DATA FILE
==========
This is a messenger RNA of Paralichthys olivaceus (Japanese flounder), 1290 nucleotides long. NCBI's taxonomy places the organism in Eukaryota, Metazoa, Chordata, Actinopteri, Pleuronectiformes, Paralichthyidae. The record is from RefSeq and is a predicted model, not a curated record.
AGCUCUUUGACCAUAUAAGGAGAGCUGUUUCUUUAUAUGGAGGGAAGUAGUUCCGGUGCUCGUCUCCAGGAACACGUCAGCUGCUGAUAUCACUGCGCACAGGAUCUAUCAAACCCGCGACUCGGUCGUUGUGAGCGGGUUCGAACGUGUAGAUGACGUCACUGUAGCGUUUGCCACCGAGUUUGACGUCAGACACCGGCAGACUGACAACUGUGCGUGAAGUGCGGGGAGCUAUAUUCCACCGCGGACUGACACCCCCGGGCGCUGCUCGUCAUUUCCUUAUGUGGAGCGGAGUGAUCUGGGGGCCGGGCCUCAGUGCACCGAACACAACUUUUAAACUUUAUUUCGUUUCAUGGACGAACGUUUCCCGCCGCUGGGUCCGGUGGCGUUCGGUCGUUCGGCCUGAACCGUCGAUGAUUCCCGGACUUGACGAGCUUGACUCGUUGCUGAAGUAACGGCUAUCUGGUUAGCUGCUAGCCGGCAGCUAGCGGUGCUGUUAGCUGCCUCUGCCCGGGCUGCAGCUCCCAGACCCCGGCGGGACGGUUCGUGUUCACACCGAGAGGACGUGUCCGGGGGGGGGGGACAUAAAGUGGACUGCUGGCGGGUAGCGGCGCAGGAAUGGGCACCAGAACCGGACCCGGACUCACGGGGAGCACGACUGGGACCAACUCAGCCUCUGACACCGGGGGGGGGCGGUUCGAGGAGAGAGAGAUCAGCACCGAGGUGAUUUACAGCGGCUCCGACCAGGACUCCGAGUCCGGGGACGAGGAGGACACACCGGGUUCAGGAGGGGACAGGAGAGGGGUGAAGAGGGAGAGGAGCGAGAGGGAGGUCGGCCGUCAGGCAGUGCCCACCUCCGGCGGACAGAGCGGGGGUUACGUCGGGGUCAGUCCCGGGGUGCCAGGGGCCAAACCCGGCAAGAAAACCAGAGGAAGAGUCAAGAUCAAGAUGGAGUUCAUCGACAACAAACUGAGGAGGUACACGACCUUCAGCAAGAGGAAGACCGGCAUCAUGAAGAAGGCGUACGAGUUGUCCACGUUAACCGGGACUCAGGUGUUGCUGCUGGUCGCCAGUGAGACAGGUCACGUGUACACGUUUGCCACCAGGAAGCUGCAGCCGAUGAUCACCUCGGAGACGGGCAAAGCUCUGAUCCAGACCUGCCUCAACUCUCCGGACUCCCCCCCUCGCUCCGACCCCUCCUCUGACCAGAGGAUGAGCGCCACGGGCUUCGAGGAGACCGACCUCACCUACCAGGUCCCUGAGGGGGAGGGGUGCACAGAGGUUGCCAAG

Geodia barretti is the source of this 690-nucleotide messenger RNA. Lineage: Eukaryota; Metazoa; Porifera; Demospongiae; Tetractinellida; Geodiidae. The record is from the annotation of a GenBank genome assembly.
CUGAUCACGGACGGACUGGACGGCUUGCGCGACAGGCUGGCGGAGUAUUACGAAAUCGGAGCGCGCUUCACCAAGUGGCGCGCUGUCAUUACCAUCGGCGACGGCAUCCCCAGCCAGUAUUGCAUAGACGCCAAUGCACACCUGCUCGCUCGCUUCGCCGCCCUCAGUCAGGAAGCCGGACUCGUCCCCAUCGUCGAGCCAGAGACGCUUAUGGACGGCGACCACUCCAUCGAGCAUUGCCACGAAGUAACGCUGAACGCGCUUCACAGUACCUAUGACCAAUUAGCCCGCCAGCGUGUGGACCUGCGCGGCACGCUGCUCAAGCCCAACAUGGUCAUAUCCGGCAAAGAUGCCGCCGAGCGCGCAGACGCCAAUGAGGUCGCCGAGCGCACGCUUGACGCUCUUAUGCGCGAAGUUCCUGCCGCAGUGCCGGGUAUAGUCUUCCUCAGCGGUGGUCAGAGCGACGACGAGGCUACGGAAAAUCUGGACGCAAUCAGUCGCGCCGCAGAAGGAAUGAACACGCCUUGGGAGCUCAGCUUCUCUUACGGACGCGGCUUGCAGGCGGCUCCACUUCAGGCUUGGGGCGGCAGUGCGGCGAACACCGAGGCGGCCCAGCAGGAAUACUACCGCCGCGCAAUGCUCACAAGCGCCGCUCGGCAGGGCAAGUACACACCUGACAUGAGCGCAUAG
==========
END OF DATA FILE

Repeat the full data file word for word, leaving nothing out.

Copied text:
This is a messenger RNA of Paralichthys olivaceus (Japanese flounder), 1290 nucleotides long. NCBI's taxonomy places the organism in Eukaryota, Metazoa, Chordata, Actinopteri, Pleuronectiformes, Paralichthyidae. The record is from RefSeq and is a predicted model, not a curated record.
AGCUCUUUGACCAUAUAAGGAGAGCUGUUUCUUUAUAUGGAGGGAAGUAGUUCCGGUGCUCGUCUCCAGGAACACGUCAGCUGCUGAUAUCACUGCGCACAGGAUCUAUCAAACCCGCGACUCGGUCGUUGUGAGCGGGUUCGAACGUGUAGAUGACGUCACUGUAGCGUUUGCCACCGAGUUUGACGUCAGACACCGGCAGACUGACAACUGUGCGUGAAGUGCGGGGAGCUAUAUUCCACCGCGGACUGACACCCCCGGGCGCUGCUCGUCAUUUCCUUAUGUGGAGCGGAGUGAUCUGGGGGCCGGGCCUCAGUGCACCGAACACAACUUUUAAACUUUAUUUCGUUUCAUGGACGAACGUUUCCCGCCGCUGGGUCCGGUGGCGUUCGGUCGUUCGGCCUGAACCGUCGAUGAUUCCCGGACUUGACGAGCUUGACUCGUUGCUGAAGUAACGGCUAUCUGGUUAGCUGCUAGCCGGCAGCUAGCGGUGCUGUUAGCUGCCUCUGCCCGGGCUGCAGCUCCCAGACCCCGGCGGGACGGUUCGUGUUCACACCGAGAGGACGUGUCCGGGGGGGGGGGACAUAAAGUGGACUGCUGGCGGGUAGCGGCGCAGGAAUGGGCACCAGAACCGGACCCGGACUCACGGGGAGCACGACUGGGACCAACUCAGCCUCUGACACCGGGGGGGGGCGGUUCGAGGAGAGAGAGAUCAGCACCGAGGUGAUUUACAGCGGCUCCGACCAGGACUCCGAGUCCGGGGACGAGGAGGACACACCGGGUUCAGGAGGGGACAGGAGAGGGGUGAAGAGGGAGAGGAGCGAGAGGGAGGUCGGCCGUCAGGCAGUGCCCACCUCCGGCGGACAGAGCGGGGGUUACGUCGGGGUCAGUCCCGGGGUGCCAGGGGCCAAACCCGGCAAGAAAACCAGAGGAAGAGUCAAGAUCAAGAUGGAGUUCAUCGACAACAAACUGAGGAGGUACACGACCUUCAGCAAGAGGAAGACCGGCAUCAUGAAGAAGGCGUACGAGUUGUCCACGUUAACCGGGACUCAGGUGUUGCUGCUGGUCGCCAGUGAGACAGGUCACGUGUACACGUUUGCCACCAGGAAGCUGCAGCCGAUGAUCACCUCGGAGACGGGCAAAGCUCUGAUCCAGACCUGCCUCAACUCUCCGGACUCCCCCCCUCGCUCCGACCCCUCCUCUGACCAGAGGAUGAGCGCCACGGGCUUCGAGGAGACCGACCUCACCUACCAGGUCCCUGAGGGGGAGGGGUGCACAGAGGUUGCCAAG

Geodia barretti is the source of this 690-nucleotide messenger RNA. Lineage: Eukaryota; Metazoa; Porifera; Demospongiae; Tetractinellida; Geodiidae. The record is from the annotation of a GenBank genome assembly.
CUGAUCACGGACGGACUGGACGGCUUGCGCGACAGGCUGGCGGAGUAUUACGAAAUCGGAGCGCGCUUCACCAAGUGGCGCGCUGUCAUUACCAUCGGCGACGGCAUCCCCAGCCAGUAUUGCAUAGACGCCAAUGCACACCUGCUCGCUCGCUUCGCCGCCCUCAGUCAGGAAGCCGGACUCGUCCCCAUCGUCGAGCCAGAGACGCUUAUGGACGGCGACCACUCCAUCGAGCAUUGCCACGAAGUAACGCUGAACGCGCUUCACAGUACCUAUGACCAAUUAGCCCGCCAGCGUGUGGACCUGCGCGGCACGCUGCUCAAGCCCAACAUGGUCAUAUCCGGCAAAGAUGCCGCCGAGCGCGCAGACGCCAAUGAGGUCGCCGAGCGCACGCUUGACGCUCUUAUGCGCGAAGUUCCUGCCGCAGUGCCGGGUAUAGUCUUCCUCAGCGGUGGUCAGAGCGACGACGAGGCUACGGAAAAUCUGGACGCAAUCAGUCGCGCCGCAGAAGGAAUGAACACGCCUUGGGAGCUCAGCUUCUCUUACGGACGCGGCUUGCAGGCGGCUCCACUUCAGGCUUGGGGCGGCAGUGCGGCGAACACCGAGGCGGCCCAGCAGGAAUACUACCGCCGCGCAAUGCUCACAAGCGCCGCUCGGCAGGGCAAGUACACACCUGACAUGAGCGCAUAG